Title
#thinking-together
Stefan

Stefan

01/31/2019, 1:18 PM
Are there any techniques or metrics to define or measure how specific or generic something is? That something could be a function or class in a programming language, an algorithm, or even something less formally defined, like a component in a UI framework. I'm familiar with some measures of complexity, like counting dependencies or cyclomatic complexity, which seems somewhat related. Appreciate any pointers to papers or articles about this, even if they "just" define how something is more or less specific or generic than something else to support a hypothesis that is totally unrelated.
duncanawoods

duncanawoods

01/31/2019, 1:35 PM
I'm not sure what "how specific or general" would actually mean for a class. If you get a really precise definition then you have probably defined how to measure it too!
1:35 PM
It reminds me a bit of https://en.wikipedia.org/wiki/Chomsky_hierarchy - the main technique for e.g. proving something is turing powerful, is to show an isomorophism to a known system with proven properties.
stevekrouse

stevekrouse

01/31/2019, 2:07 PM
In BV's ladder of abstraction, the number of parameters in functional abstraction is the measure of abstraction
duncanawoods

duncanawoods

01/31/2019, 2:39 PM
Interesting. The types involved feel like a huge factor for measuring generalisation/specialisation e.g.
add(a : ushort, b : ushort
add(a : int, b : int)
add(a : double, b : double)
add(a : any, b : any)
add<T>(a : T, b : T)
add<T>(... list : T)
2:45 PM
I am reading "An Introduction to General Systems Thinking" right now and it is discussing how to measure the relative generality of scientific laws. Weinberg claims that that laws should properly be defined as conditional "if... so...". He says that the fewer "if... so..." clauses, the more general the law. Applying this to code, instead of looking inside the code for it's generality, look outside at the context in which it can be used i.e. how many caveats are there about when it can or cannot be used?
stevekrouse

stevekrouse

01/31/2019, 5:42 PM
Variables are also know as "degrees of freedom"
duncanawoods

duncanawoods

01/31/2019, 5:49 PM
Number of variables/parameters doesn't seem like a good measure when we can just encode any number of variables into a goedel number.
stevekrouse

stevekrouse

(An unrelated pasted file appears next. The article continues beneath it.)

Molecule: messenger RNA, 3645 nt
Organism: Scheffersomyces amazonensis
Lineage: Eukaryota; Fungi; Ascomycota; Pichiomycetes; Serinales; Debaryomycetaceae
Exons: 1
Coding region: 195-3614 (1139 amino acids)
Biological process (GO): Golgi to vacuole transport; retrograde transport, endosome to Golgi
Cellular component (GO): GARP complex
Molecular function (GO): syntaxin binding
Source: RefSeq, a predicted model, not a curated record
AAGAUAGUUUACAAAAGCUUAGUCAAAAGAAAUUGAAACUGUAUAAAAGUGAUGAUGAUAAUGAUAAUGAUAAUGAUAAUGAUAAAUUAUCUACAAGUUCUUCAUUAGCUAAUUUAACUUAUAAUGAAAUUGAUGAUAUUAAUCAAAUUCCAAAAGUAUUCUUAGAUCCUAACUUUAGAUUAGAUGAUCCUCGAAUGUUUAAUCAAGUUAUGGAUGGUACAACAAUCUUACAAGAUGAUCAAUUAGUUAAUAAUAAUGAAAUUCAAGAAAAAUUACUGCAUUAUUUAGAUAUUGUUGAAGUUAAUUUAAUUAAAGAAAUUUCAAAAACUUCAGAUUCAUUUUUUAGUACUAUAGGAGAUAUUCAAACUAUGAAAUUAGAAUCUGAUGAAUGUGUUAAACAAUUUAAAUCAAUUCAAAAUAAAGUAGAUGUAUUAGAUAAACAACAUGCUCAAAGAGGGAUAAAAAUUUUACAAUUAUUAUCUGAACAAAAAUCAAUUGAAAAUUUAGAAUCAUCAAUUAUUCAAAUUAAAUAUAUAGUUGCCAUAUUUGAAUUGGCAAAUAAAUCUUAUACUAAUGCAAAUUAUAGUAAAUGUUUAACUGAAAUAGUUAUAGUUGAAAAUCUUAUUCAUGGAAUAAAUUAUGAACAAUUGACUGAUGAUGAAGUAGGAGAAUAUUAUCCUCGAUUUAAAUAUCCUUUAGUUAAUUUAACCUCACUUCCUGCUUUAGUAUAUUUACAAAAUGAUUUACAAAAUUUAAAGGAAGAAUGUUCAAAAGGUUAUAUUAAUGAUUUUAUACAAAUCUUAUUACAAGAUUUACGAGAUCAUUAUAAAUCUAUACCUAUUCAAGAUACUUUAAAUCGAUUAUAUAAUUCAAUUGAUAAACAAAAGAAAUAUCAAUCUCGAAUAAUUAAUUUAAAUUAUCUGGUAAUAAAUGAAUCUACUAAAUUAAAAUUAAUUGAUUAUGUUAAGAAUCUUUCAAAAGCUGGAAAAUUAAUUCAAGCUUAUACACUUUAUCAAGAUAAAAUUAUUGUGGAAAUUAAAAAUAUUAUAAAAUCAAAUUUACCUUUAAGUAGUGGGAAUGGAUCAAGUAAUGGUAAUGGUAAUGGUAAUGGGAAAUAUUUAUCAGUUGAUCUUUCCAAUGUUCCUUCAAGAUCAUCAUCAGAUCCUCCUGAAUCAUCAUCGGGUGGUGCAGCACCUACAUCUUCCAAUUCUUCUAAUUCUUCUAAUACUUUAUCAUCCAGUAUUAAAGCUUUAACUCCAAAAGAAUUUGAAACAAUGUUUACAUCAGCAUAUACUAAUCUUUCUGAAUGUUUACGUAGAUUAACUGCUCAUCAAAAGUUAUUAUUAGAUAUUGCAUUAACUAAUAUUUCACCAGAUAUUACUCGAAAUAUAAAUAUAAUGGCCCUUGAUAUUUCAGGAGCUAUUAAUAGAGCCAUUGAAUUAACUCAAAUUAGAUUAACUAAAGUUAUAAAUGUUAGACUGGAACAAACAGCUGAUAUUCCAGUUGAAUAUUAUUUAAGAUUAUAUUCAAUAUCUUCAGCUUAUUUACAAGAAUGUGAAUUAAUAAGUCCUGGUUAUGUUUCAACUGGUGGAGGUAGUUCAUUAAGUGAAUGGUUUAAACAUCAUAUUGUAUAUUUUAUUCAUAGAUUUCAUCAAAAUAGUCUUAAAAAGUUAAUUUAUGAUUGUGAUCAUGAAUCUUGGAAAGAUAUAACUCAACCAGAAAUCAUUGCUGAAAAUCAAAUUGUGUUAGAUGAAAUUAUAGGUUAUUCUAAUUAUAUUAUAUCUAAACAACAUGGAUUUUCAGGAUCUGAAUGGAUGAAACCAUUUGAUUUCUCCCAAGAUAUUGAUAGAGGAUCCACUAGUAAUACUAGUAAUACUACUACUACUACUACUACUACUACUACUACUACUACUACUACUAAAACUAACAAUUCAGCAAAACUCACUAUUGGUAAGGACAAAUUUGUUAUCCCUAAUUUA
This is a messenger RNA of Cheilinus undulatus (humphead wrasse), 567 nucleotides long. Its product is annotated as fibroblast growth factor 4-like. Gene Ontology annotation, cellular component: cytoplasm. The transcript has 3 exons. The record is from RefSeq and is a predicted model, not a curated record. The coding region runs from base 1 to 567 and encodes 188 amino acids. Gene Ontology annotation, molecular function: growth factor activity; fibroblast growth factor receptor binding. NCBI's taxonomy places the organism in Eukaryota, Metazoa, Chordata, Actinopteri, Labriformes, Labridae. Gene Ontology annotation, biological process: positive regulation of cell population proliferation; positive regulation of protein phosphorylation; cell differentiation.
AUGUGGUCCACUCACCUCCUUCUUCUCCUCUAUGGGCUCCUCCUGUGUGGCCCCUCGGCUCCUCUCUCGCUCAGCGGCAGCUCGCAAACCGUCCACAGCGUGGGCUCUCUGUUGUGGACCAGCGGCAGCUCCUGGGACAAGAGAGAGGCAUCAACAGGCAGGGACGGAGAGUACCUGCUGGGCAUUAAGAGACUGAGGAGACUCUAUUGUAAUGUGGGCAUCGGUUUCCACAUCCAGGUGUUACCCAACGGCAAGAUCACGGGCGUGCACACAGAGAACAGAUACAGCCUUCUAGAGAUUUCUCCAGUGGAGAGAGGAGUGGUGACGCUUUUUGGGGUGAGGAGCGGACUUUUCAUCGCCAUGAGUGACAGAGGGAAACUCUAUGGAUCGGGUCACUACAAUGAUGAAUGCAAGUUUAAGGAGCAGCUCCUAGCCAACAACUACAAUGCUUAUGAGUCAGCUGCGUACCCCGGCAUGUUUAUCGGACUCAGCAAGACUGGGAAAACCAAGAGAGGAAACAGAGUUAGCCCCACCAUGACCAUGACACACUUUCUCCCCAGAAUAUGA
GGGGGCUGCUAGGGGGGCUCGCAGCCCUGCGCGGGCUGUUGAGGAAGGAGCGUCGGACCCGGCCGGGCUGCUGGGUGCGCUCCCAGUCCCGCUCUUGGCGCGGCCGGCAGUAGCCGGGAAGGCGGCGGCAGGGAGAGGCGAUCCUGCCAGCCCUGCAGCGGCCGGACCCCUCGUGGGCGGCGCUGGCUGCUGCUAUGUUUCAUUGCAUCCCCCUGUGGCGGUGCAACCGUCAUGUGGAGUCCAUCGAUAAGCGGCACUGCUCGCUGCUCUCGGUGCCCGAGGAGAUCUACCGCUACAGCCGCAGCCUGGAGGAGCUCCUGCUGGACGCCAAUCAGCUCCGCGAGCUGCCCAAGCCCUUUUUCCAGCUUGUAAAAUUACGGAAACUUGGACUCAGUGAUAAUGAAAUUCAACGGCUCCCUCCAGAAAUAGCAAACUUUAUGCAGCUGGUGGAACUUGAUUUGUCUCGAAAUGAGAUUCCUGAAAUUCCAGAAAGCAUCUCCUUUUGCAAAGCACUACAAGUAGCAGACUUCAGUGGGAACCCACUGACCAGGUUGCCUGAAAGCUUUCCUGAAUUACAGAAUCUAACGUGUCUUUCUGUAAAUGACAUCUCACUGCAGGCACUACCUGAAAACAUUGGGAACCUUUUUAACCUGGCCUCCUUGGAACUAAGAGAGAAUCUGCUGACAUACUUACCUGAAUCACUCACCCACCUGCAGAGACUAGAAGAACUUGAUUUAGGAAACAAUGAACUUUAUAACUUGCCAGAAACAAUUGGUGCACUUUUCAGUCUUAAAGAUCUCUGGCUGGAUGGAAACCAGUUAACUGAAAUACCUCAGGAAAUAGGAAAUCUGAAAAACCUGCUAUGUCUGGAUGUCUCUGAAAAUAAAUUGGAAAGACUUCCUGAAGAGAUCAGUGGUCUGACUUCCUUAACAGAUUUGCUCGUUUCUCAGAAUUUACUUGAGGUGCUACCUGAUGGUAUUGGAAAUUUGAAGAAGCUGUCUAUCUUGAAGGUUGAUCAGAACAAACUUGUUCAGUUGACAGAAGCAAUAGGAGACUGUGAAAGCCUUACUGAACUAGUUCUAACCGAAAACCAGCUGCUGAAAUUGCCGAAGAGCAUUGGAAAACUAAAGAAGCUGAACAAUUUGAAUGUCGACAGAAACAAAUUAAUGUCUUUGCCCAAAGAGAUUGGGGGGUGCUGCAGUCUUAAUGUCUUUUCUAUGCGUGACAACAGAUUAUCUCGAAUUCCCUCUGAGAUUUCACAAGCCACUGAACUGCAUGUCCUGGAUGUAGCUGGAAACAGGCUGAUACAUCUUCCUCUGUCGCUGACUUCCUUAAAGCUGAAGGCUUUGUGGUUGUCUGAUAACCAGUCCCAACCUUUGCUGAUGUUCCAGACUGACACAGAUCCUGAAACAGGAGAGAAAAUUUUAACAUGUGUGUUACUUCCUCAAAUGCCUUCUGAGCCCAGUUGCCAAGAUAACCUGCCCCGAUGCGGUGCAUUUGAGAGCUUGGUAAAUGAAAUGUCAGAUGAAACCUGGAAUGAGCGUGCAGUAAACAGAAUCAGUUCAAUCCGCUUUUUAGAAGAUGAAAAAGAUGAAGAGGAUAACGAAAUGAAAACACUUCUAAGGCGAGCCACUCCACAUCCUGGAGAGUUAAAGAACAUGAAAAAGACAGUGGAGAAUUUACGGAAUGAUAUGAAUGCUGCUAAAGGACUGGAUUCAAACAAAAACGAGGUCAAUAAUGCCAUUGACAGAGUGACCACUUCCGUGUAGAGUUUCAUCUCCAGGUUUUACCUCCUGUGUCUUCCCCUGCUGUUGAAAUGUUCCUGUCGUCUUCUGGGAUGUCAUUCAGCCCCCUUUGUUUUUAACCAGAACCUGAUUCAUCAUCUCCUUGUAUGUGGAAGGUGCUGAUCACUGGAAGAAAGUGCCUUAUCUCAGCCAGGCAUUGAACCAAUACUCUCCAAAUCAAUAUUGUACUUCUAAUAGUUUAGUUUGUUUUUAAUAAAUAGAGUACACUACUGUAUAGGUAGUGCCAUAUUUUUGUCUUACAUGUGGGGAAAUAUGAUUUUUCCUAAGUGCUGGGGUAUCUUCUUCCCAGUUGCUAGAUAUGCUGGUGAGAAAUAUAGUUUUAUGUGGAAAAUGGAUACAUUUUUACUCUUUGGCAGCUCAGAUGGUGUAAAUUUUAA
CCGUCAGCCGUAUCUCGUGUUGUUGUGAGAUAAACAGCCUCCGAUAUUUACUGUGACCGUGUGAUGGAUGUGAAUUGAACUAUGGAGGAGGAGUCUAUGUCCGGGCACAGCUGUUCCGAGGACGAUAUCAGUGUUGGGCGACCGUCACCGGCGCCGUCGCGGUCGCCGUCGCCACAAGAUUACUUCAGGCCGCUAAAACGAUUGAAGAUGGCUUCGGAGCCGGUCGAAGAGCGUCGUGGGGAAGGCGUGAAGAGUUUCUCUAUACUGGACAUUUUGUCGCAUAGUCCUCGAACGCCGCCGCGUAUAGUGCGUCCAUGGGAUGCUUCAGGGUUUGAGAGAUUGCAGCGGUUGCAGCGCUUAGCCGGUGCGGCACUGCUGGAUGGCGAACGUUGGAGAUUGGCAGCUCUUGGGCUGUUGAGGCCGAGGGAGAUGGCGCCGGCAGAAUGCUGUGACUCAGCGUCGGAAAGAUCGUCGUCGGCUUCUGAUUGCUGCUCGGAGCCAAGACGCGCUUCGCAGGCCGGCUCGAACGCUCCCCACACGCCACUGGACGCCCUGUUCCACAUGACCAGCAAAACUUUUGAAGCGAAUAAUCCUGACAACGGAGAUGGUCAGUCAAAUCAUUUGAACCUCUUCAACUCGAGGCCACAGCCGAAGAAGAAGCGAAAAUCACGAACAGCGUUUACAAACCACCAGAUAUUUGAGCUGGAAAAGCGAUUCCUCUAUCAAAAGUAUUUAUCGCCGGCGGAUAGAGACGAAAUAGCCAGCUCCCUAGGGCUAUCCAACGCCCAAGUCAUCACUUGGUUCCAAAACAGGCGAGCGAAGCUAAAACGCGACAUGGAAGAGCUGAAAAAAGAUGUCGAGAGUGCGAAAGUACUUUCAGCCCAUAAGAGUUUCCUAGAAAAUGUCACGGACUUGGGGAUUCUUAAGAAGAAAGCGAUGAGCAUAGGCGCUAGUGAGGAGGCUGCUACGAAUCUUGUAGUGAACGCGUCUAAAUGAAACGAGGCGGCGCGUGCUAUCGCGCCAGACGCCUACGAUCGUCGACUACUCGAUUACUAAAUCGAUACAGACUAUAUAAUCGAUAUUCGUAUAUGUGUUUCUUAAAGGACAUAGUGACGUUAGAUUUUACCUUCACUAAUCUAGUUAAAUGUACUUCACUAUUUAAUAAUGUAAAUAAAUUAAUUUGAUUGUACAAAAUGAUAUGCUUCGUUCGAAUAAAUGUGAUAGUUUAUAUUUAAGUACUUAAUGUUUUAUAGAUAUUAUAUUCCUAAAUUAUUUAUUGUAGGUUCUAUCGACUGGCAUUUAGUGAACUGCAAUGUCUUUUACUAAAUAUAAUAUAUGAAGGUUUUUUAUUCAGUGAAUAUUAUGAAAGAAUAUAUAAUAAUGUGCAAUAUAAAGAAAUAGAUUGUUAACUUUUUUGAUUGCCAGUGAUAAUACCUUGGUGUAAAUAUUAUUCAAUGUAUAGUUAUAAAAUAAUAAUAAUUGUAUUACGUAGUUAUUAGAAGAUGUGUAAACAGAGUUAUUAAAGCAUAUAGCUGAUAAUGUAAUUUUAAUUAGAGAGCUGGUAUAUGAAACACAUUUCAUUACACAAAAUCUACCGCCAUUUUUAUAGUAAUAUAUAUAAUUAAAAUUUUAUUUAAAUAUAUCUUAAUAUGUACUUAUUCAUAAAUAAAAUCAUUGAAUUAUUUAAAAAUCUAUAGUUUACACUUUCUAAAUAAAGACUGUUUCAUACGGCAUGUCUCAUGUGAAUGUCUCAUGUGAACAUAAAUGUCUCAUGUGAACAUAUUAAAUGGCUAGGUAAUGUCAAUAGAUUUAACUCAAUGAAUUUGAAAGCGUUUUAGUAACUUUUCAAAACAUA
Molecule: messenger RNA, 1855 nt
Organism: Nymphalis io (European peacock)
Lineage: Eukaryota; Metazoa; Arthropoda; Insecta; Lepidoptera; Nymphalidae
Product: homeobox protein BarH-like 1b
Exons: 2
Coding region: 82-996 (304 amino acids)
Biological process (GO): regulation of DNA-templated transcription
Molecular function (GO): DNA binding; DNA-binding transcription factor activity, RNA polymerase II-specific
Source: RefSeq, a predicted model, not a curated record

01/31/2019, 5:57 PM
Good point
5:58 PM
I feel like you're onto something with the types thread...
5:58 PM
(Can't we measure the length of the godel number?)
Tim Swast

Tim Swast

01/31/2019, 6:08 PM
The first thing that comes to my mind is https://en.wikipedia.org/wiki/Kolmogorov_complexity but you kind of want the inverse. Given a parameterized definition, what is the size of the space it covers.
j

Joshua Horowitz

02/01/2019, 3:22 AM
ya'll getting silly with this complexity theory fuss
3:26 AM
FWIW, it seems like the best way to think about "specific vs general" isn't as a quantitative measure, but as a comparative relation. X is more general than Y if there's a nice mapping from situations where you'd use Y to situations where you could use X instead. (This is analogous to the concept of "reducing" problems in complexity theory; egg on my face for talking smack about CT 5 minutes ago.)
3:28 AM
There's a lot of wiggle room in that definition, and rightfully so. For instance: is a Turing machine more general than ANY computational artifact? Well, yeah, kind of. Although the mapping from your function to the Turing machine will basically involve programming the function into the Turing machine, so that's not that "nice" of a mapping.
3:30 AM
Two examples of particularly nice mappings: ā€¢ Passing the exact same parameters along, typecast into a more general type! (So
add(a : double, b : double)
is more general than
add(a : int, b : int)
.) ā€¢ Passing the exact same parameters along, with a few extra parameters! (So
join(list, delimiter)
is more general than
joinWithCommas(list)
.)
3:31 AM
But as the mapping becomes more and more complex (writing wrapper code to adapt a library to a different style of API, etc.), it becomes less and less "nice", and it becomes less and less clear that one artifact is more general than the other.